These early strides were daring in their time, but fell disappointingly flat as animation moved into an era charged by diversity, feminism, and LGBTQ rights as mainstream social issues. Animated queer rep was stuck–either restricted to unnamed background characters or still relying on posthumous “word of god” confirmations, i.e. comments from production staff following the show’s run. In 2014, it took a Tumblr post from The Legend of Korra‘s Bryan Konietzko and Michael DiMartinez to announce main characters Korra and Asami were in a relationship but only after fans were left hanging with the ambiguity of the series finale’s unexpected last shot. Creator Alex Hirsch publicly lamented his failed attempt to include visibly queer characters in a 2014 Gravity Falls episode, recalling to EW, “we immediately got a note from the network saying two women falling in love is not appropriate for our audience…The truth is they’re scared of getting emails from bigots and they’re cowards.” He ultimately caved to studio pressure. It wasn’t until 2017 that Star vs The Forces of Evil brought the first gay kiss to a Disney show, but in the form of background characters hardly apparent within the throngs of a large group shot. Even for a medium known to err on the side of social conservatism, this pace was agonizingly slow.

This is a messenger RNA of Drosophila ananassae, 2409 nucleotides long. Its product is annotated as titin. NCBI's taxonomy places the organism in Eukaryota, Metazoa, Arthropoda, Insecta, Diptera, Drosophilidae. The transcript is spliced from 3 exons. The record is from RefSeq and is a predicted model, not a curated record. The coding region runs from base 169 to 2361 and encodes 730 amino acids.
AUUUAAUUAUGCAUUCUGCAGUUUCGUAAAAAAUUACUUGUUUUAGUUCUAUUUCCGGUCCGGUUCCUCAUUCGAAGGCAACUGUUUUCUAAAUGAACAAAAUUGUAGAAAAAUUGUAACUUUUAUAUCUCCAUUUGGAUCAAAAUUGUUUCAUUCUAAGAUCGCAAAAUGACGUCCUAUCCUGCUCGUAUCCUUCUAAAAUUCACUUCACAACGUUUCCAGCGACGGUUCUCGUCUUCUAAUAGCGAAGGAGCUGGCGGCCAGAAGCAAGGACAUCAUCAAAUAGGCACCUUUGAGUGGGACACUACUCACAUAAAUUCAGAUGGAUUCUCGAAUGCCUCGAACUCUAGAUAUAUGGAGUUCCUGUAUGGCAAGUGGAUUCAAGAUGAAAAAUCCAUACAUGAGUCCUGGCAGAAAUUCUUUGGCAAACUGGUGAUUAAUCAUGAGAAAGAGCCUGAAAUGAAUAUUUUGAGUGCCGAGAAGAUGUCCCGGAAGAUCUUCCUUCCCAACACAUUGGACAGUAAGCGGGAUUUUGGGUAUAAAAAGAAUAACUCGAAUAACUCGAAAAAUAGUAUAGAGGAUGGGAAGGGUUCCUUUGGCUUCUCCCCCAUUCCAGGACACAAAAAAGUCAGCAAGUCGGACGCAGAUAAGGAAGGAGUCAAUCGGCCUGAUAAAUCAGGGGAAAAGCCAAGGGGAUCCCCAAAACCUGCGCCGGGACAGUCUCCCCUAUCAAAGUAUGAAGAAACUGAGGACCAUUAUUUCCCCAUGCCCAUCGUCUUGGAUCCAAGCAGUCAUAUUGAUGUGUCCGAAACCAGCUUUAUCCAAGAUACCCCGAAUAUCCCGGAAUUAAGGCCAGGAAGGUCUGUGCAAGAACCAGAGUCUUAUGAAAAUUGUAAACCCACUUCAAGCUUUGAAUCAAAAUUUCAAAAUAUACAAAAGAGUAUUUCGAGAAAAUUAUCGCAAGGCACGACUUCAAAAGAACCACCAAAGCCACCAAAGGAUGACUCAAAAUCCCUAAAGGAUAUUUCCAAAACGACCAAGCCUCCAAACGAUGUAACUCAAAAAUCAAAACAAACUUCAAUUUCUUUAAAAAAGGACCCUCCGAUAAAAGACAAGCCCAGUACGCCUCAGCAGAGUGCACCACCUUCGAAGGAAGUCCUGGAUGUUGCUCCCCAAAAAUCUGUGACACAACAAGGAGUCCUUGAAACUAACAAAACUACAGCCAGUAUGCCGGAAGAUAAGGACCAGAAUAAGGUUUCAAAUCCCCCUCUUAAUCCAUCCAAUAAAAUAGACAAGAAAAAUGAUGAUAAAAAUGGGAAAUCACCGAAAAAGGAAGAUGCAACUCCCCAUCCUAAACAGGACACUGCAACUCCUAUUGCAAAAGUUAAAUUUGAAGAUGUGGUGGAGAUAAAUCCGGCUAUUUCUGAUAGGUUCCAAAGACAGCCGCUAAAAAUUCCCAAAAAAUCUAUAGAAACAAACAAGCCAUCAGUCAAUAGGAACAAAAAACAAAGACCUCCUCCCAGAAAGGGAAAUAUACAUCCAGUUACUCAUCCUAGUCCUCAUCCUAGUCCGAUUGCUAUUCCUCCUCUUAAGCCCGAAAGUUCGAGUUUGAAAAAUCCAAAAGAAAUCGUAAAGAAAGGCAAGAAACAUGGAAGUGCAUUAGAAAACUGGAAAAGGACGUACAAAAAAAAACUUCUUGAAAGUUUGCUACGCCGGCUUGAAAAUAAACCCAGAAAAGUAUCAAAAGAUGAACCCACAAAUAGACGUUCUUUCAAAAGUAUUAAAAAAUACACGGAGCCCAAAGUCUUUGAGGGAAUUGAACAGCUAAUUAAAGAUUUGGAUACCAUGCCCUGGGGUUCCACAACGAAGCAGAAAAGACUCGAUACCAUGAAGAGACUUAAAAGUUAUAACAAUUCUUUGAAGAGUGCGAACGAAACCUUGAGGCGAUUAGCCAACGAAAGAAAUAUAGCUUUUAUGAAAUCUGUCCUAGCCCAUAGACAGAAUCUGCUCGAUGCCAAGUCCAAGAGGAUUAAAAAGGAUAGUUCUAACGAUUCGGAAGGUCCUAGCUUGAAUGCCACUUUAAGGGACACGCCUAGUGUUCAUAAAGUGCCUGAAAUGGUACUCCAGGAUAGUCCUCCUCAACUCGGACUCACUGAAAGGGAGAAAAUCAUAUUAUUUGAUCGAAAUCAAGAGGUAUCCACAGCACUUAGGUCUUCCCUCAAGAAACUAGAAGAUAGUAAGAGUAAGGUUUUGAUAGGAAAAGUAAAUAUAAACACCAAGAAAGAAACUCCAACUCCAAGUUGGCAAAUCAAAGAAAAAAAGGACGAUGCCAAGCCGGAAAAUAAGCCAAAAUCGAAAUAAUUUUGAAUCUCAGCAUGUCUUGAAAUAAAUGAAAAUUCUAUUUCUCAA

The cowardice Hirsch described is pervasive within the industry’s executive circles. When a friend asked a representative from one of the largest global toy and media companies if they would include queer characters in their storylines, they responded that they would happily be the second brand to introduce a queer character into a children’s property, but they would not be the first. Though it was just an off-the-cuff remark, it is unfortunately emblematic of the leadership within animation studios and other media ostensibly for children. Though including heterosexual romance is normal, networks view simply showing gay people existing in their stories as a controversial risk.

Finally, three years after the United States legalized same sex marriage, Steven Universe, helmed by an openly queer woman, became the first major western children’s show to prominently feature a same sex wedding. After aspects of their relationship had been explored throughout the series, main ensemble characters Ruby and Sapphire got engaged and tied the knot over a week’s worth of episodes, and a full-blown lesbian wedding was (perhaps strategically) set in an episode vital to the show’s main plot.

Only months later, Adventure Time followed suit with an on-screen kiss between Princess Bubblegum and Marceline the Vampire Queen–two characters whose history and chemistry fueled fans to champion the ship “Bubbline” over the course of the show’s eight year run. While the kiss was partially obscured and took place in the very last episode, fans were overjoyed, as the two characters’ relationship was arguably the most complex and deeply explored within the show.

That, ultimately, is what made those moments in Steven Universe and Adventure Time so meaningful to queer audiences, and marked a major turning point in LGBTQ representation in animated media. After years of well-meaning animators “hiding” gay characters in their shows to bypass studio censors or rights holder vetoes, “Rupphire” and “Bubbline” were thoroughly developed, given realistic and relatable interactions, and were prominent in their respective series. We, as viewers, were finally given room to become emotionally invested in queer stories and queer relationships, and in return, queer relationships were lovingly made part of the shows’ stories.